Elizabeth Essay

Elizabeth Essay

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When my mother asks me questions, her face curls as if she dreads the answer. Not as if she was afraid the answer is negative, but it looked like she was just asking to be polite. She always sounded bored and resentful.
“How is school?” she asked, pouring tea into a cup.
“Fine,” I replied.
She sent me to boarding school three years before that afternoon talk. When I was thirteen, my father died. My mother told the neighbors he was killed while in battle in a middle eastern country. The truth was he slowly withered away from a disease from the many women he took to cheap hourly hotels while my mother would stew in her chair, quietly knitting, feigning ignorance. She was denying her marriage was rotting from the inside. She built up this idea of perfection.
There was this photo of Mother, Father, and I standing happily in front of a woody scene in autumn in one of those posed pictures were the family dresses up and heads to the mall to smile hanging in the Guest Room.
That was how she wanted out family to be perceived by the neighbors. Rich enough to have professional family portraits and expensive formal attire. A wealthy army doctor, devoted housewife, and a well-behaved daughter. Perfect.
It was all a facade. Father was a prostitute loving drunk. Mother was nothing but a mindless, chattering socialite. Daughter was a lonely hermit.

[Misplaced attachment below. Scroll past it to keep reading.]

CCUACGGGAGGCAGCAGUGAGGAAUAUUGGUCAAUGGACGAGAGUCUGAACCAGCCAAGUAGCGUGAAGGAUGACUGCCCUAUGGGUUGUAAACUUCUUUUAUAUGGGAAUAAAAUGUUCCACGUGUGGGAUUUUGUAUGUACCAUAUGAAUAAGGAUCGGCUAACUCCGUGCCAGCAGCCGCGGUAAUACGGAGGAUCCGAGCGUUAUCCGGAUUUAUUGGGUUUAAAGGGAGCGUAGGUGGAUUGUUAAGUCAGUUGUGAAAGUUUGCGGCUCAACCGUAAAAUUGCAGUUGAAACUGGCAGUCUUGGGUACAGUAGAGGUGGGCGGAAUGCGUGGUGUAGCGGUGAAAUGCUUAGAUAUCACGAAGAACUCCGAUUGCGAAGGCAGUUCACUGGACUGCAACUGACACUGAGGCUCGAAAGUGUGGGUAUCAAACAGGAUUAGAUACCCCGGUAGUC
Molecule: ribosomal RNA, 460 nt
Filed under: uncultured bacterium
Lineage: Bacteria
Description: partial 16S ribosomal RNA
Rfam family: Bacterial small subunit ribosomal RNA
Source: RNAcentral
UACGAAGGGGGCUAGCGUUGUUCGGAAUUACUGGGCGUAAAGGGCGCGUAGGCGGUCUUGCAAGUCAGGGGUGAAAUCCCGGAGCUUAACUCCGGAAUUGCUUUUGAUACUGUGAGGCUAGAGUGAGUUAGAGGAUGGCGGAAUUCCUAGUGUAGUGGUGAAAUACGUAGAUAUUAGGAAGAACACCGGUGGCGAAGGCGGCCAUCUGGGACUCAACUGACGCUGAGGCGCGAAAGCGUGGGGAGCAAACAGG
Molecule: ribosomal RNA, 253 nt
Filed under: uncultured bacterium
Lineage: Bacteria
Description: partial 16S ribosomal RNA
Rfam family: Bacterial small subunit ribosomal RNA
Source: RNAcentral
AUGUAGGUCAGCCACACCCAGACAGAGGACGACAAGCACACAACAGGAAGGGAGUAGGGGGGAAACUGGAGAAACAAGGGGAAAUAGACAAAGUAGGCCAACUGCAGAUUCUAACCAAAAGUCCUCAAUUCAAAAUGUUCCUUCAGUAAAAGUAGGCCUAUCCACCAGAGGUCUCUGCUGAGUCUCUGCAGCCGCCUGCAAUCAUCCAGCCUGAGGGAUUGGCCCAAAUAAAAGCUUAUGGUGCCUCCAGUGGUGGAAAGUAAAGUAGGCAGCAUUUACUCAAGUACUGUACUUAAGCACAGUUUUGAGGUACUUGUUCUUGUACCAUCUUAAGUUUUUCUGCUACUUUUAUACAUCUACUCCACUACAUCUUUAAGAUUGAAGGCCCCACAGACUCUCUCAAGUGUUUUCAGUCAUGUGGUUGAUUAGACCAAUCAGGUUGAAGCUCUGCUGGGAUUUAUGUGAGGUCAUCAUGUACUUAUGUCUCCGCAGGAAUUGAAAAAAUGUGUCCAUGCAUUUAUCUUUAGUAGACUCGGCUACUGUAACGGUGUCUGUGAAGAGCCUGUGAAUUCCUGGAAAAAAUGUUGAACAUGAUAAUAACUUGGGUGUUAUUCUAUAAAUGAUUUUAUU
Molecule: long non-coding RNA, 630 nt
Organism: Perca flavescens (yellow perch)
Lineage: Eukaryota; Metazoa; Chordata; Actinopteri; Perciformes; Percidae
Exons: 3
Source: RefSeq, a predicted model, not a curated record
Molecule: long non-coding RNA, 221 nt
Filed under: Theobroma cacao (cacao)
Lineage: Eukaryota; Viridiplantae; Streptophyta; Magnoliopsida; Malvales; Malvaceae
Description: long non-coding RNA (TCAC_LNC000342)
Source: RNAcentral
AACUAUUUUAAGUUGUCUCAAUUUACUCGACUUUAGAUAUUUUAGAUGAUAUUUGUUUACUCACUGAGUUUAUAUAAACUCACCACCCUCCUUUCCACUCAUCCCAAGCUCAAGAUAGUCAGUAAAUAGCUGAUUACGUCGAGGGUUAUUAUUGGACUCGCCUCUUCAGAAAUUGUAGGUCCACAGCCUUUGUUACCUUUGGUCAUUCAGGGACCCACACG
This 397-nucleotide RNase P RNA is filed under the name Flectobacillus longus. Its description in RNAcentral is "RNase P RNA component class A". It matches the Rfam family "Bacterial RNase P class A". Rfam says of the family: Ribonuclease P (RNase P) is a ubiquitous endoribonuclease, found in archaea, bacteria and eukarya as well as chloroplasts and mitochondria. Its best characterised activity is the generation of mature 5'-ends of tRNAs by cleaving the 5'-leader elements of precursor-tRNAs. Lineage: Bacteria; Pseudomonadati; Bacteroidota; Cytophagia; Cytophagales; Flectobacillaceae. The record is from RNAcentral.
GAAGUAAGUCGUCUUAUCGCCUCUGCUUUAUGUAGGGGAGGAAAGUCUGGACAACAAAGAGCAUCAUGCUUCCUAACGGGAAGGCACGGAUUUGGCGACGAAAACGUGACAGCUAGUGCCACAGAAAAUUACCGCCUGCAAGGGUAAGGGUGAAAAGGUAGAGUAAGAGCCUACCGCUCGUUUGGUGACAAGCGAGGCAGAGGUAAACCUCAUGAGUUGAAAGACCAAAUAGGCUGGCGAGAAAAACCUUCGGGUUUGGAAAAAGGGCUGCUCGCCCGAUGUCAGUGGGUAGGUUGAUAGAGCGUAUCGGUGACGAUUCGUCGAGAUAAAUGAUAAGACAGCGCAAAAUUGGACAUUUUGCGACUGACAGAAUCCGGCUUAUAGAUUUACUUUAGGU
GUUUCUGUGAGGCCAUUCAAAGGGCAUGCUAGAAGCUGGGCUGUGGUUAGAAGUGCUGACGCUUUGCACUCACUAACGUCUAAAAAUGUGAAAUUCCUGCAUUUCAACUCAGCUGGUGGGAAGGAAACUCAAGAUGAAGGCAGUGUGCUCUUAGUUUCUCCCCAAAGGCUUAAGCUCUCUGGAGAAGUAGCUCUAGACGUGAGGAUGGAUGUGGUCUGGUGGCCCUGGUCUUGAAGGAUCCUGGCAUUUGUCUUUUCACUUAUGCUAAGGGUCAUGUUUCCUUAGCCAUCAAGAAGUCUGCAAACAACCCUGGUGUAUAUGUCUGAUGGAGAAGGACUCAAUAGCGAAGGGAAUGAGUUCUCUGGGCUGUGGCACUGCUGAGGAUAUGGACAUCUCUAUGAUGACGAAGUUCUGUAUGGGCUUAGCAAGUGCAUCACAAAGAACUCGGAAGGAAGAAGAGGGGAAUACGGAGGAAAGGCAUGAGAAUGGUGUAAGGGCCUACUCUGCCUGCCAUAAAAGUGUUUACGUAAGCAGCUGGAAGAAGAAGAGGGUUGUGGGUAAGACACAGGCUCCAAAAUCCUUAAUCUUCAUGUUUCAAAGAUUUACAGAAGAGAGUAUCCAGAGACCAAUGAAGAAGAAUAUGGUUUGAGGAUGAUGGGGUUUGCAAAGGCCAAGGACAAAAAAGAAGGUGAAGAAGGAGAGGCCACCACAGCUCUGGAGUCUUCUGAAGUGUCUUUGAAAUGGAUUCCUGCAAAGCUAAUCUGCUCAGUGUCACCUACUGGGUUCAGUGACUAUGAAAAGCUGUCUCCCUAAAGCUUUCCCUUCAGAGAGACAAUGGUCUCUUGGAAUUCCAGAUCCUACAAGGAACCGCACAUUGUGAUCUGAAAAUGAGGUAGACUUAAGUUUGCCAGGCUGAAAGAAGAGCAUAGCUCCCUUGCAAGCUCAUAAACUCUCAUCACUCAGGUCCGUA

Even though Father might have been considered a bad man, I loved him. I was lonely because he wasn't around as much as I would have liked, but when he was with me, I felt warm and loved. He called me Candy Cane.
It was my fifth Christmas. Grandma handed me a strange white and red cane shaped treat. I engulfed the treat, licking and chewing my way through. Since then, m...


... middle of paper ...


... probably horrid to see, but I just didn't want to hurt more than I already did.
“Good, you're on your way. Hand me the scissors.”
I held out the scissors as I heard the metal clank because my hand shook so much.
O'Maley smacked my hand and the scissors fell to the desk.
“You do not hand scissors blade side to me. You will hand them to me with the handle toward me. Pick them up and do it again.”
I did as she told me.
“Now, take your uniform, and go to the nurse down the hall. You're bleeding.”
I reached my hand around to my back and felt under my shirt. Then I moved my hand in front of my face. Thick, red blood flowed down my arm. As I took my new clothes and headed toward the nurse, I thought:
Mother, I have never asked for anything from you. I have hardly even spoken to you. Do you hate me so much that you would voluntarily send me to Hell?

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